CHATHAM – Chatham Charlie was a “heart dog,” a special dog out of many beloved dogs, who wiggled his way deep into hearts.
For Charlie’s “humans” Paul and Robin Litwin and, it turns out, for an awful lot of other people, the beautiful golden retriever with his huge smile and extraordinary personality made each day a little better. In his capacity as unofficial “ambassador” for the town of Chatham, Charlie lured visitors from as far away as Ohio just to meet him.
“I love this dog more than you understand,” Paul Litwin said one day last week when the sad news was percolating out.
Chatham Charlie died unexpectedly on Aug. 16, a month after his sixth birthday, following a brief struggle with hemangiosarcoma cancer. In the end he did not suffer, Robin Litwin says.
Paul Litwin’s law office on George Ryder Road is decorated with photographs of his family, his goldens and especially Charlie.
The Litwins, who live in East Harwich, are dog people. For a brief time when their two sons were young, the Litwins took a break from raising dogs. Then they made a practice of always having two golden retrievers, a male and a female, a few years apart in age. The idea is that the older dog will help train the puppy.
“As much as goldens love people, they’re still pack animals and want a sibling,” Paul Litwin says.
Charlie was born in July 2012 at Lazy Daze Farm in Upton, Mass., and given the AKC name Lazy Daze Sir Charles Barkley, with the “call name” Charlie. The Litwins brought him home at the end of September when he was nine weeks old. A couple of months later Paul, Robin, their older golden and Charlie were out at Mayflower Beach in Dennis when Robin, who is a photographer, shot a photo. With the older golden standing parallel to the camera, Charlie is sitting in front of him “regal, staring at you, locking eyes,” Paul Litwin says. “That’s when I said, ‘this is a really photogenic dog.’” Charlie had “good bone structure, a boxy head.” He was perfect in both form and disposition.
The following year Robin was walking on a beach when she spotted a dory. She positioned Charlie in it, and submitted the photo to the guidebook put out annually by the Chatham Chamber of Commerce.
And so Charlie’s career as a model and ambassador began. Lisa Franz, then the chamber’s executive director, put Charlie’s photo on the guidebook’s cover. Danita Scribner, the chamber’s operations manager, dubbed him “Chatham Charlie,” and the name stuck. Franz made a poster of the guidebook cover, and “people went nuts. Everybody loves goldens,” Franz recalls. Charlie began attending events such as a Chatham Band concert, Oktoberfest, and the arrival of Santa. In 2015 Charlie even marched in the Fourth of July parade.
“The idea was to use this dog to help promote Chatham,” Paul Litwin says. Franz created a Chatham Charlie Facebook page and it drew a lot of followers. “He loved people,” Litwin added. “He loved strangers.”
Charlie graced a second guidebook in 2016/17, standing in the back of the CG36500, the famous Coast Guard boat used in the Pendleton rescue.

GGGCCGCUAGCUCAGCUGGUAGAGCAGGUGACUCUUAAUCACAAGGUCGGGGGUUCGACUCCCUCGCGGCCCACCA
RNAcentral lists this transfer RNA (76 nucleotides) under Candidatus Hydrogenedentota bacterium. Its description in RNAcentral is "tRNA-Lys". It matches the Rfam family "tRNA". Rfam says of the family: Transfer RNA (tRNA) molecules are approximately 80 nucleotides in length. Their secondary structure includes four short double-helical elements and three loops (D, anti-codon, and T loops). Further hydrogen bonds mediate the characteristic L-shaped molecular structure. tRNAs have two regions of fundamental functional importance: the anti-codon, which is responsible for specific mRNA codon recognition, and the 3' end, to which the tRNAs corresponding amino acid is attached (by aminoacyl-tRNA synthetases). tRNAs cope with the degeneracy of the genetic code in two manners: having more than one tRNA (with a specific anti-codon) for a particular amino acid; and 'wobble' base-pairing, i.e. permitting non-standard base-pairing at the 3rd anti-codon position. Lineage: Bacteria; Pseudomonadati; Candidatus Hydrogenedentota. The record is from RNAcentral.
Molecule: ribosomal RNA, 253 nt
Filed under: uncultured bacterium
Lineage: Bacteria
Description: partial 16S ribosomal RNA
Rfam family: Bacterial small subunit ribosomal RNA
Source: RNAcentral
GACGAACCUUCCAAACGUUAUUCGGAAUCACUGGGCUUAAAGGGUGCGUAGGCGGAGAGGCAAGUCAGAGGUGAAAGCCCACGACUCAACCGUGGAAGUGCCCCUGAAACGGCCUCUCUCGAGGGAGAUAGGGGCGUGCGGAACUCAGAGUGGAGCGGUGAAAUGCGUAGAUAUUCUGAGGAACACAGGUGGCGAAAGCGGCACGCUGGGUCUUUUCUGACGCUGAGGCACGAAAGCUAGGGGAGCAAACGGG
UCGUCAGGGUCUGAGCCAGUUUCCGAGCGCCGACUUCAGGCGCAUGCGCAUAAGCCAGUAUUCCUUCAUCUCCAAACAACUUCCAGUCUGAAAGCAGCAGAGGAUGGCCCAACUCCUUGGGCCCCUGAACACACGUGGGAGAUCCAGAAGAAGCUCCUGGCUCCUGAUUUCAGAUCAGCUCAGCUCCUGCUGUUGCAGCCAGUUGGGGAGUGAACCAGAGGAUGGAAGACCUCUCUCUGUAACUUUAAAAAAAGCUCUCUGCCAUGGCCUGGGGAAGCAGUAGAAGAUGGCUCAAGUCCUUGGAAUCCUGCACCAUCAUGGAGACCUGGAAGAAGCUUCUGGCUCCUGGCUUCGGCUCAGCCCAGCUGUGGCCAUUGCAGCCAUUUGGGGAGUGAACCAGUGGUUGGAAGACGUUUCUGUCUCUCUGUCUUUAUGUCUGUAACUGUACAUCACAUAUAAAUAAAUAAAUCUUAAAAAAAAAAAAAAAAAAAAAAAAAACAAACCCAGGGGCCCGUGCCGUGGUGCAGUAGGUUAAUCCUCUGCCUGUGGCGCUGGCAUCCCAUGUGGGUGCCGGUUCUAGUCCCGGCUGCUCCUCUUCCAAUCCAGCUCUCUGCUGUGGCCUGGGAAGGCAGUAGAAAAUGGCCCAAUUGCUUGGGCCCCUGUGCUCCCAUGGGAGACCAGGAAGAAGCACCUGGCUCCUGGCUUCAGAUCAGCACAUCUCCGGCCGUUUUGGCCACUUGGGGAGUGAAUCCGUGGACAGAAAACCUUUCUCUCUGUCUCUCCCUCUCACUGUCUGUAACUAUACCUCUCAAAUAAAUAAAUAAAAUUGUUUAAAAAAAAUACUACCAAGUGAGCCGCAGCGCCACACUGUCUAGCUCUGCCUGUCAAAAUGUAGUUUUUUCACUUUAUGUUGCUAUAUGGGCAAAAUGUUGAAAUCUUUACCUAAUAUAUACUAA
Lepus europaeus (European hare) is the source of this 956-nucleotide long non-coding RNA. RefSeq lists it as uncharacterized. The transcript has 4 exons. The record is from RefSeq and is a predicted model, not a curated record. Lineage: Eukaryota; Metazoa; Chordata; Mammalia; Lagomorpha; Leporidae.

Kim Roderiques, the author of “Dogs on Cape Cod,” photographed a story for Chatham Magazine using Charlie and four-year-old Kaylee Isner as models. The girl and the dog developed such a special chemistry that Litwin and Roderiques created a children’s book around them.
“If dogs could be referred to as gentlemen then Charlie would be just that,” Roderiques says.
“Kaylee Finds a Friend” (Golden Paws Publishing, 2018), was written by Anne LeClaire, illustrated by Roderiques and released in June. Charlie attended the premiere party as well as a signing event at Yellow Umbrella Books on Aug. 11, just five days before he died.
No one had any intuition of what was about to happen.
On his last full day, Charlie went swimming with his sister Rosie and the Litwins. It was a hot day, and when they got home, the Litwins washed the salt water off the two dogs and put them inside the air conditioned house. The Litwins went out for an hour or two, and when they returned that evening, they observed that Charlie had trouble standing and acted “tired and dazed.” They suspected Lyme Disease. Still, Charlie rallied enough that they decided it would be safe to wait until 8 a.m. the next day to take Charlie to VCA Pleasant Bay Animal Hospital. From there, he was referred to Cape Cod Veterinary Specialists in Dennis. That’s where an ultrasound helped confirm the grim diagnosis of hemangiosarcoma. The Litwins made the sad decision to prevent Charlie from suffering.
Since Charlie’s passing was announced on his Facebook page on Aug. 20, well over 4,600 people have read the post. Of those, over 135 friends and strangers have offered their sympathy. “A part of my heart broke off,” one man wrote.
“It does help a little to know he touched so many people in such a short life,” Paul Litwin says.
To honor Chatham Charlie’s memory, donate either to the Sampson Fund for Veterinary Care, P.O. Box 1756, Orleans, MA 02653 or to the MSPCA Cape Cod, 1577 Falmouth Rd., Centerville, MA 02632.